After WrestleMania XIV in March 1998, which featured Mike Tyson as a ring enforcer, and Shawn Michaels final match up until 2002, the WWF regained the lead in the Monday Night Wars with its new "WWF Attitude" brand, led in particular by rising stars Steve Austin, The Rock, Triple H and Mankind. The classic feud between the villainous WWF Chairman Vince McMahon (who was re-imagined and re-branded from the color commentator into the evil corporal chairman character Mr. McMahon after the real-life Montreal Screwjob incident) and fan favorite Steve Austin caught the imaginations of fans. The April 13, 1998 episode of Raw, headlined by a match between Austin and McMahon, marked the first time that WCW had lost the head-to-head Monday night ratings battle in the 84 weeks since 1996.

While Raw was taking a new approach to programming, Nitro began producing lackluster programming with repetitive storylines. Older stars such as Hogan and Nash frequently occupied the main events, while younger talent such as Rey Mysterio, Jr., Chris Benoit, Chris Jericho, and Eddie Guerrero, Chavo Guerrero, Jr, Lance Storm and Shane Helms were not given opportunities to advance, and the only newcomers elevated to main-event status at this time were Bill Goldberg and Diamond Dallas Page.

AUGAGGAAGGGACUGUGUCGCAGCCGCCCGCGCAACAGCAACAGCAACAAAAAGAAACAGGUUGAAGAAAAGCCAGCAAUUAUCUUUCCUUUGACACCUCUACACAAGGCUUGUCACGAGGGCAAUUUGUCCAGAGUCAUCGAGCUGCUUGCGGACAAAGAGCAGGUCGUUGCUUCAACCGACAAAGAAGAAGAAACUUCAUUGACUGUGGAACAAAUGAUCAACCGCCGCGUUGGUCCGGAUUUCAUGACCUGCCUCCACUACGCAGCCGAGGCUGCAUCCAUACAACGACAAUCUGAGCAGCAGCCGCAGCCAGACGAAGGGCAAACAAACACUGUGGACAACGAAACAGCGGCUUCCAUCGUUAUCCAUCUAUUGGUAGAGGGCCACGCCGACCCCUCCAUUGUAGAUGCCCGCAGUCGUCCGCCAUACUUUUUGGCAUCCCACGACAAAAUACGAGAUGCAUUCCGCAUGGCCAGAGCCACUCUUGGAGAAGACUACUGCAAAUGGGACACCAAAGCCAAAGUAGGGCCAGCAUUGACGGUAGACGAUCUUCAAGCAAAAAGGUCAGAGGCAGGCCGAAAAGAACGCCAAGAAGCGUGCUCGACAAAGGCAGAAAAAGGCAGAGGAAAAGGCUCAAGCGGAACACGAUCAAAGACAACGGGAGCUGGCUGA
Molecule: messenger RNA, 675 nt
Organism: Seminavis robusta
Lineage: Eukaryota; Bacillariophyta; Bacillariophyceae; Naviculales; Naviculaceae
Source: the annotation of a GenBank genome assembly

Meanwhile, on Raw, fans were immersed in the feud between WWF owner Vince McMahon and Steve Austin. New talent such as Triple H being the new leader of the D-Generation X (DX) faction, Mankind and The Rock were elevated to main event status on the WWF's program. Superstars such as Kane, Kurt Angle, Val Venis, Goldust and the like were coming through the ranks and exposing the WWF as territory where new talent can ascend unlike the WCW counterpart. Matters were so heated between the two programs that, when both shows were in the Hampton Roads area on the same night (Raw in Hampton, Virginia, Nitro in Norfolk, Virginia), DX was sent to film a "war" segment at the Norfolk Scope where they berated WCW and interviewed fans on camera who stated that they received their Nitro tickets for free (presumably in an attempt by WCW to pack the arena to capacity due to low ticket sales).[11]